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Keiran Goddard| A Season for Every Activity

Colm steps off the train and into the flow of the city, into the shuffling and the sighing and the speed. Past stops for buses he will never catch again, past a remembrance garden for a war he knows nothing about. There are three old lads on the bench near its entrance, relaying a bottle between them, all of them in hats but only two of them in shoes.

Colm wonders if they fought in the war he knows nothing about. One of them nods to Colm as he passes. Colm thinks it must have been his mourning suit that drew his eye. Old lads know how to mourn.

Colm has a few hours to kill before the funeral officially starts, but wants to make sure the church is still where he remembers it. He can’t risk being late. He has got less confident with the city over the years, fewer reasons to return, and more changes every time.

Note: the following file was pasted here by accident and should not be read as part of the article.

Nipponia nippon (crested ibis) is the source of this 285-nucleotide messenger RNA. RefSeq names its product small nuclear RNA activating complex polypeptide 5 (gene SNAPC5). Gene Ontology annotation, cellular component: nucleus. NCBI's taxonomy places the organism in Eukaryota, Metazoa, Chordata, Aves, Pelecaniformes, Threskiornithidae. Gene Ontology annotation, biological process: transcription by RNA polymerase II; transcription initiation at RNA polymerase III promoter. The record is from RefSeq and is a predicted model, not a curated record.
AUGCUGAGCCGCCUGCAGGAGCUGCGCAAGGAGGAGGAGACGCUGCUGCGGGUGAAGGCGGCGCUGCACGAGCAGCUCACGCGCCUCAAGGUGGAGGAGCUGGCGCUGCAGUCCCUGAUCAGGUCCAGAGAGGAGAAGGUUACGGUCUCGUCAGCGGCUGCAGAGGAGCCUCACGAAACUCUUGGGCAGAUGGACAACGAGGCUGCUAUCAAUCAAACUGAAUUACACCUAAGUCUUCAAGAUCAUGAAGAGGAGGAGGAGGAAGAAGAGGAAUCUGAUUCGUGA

Not yet forty but already starting to feel like things are moving too fast for him to keep up. The buildings in the centre all seem to be made of that blue-green glass now, like those expensive bottles of coke that people always say taste better. Colm had never been able to tell the difference. And he preferred cans anyway, they always seemed colder.

Colm thinks he never used to be nervous like this. As though his factory settings were wrong, as though he is always a beat behind. He is sure he used to move through this city quick and light and easy. The way insects move through rain, all instinct, never letting a drop hit their wings or slow them down.

that’s the thing about the rain, Colm, it’s just the clouds giving up and falling apart for a few minutes…

no need to let it get you down, son, clouds need their rest too.

The church is right where Colm remembers it, looking smaller now against the office blocks, but otherwise just like the picture he had been holding in his head all these years. There are a few foil balloons floating


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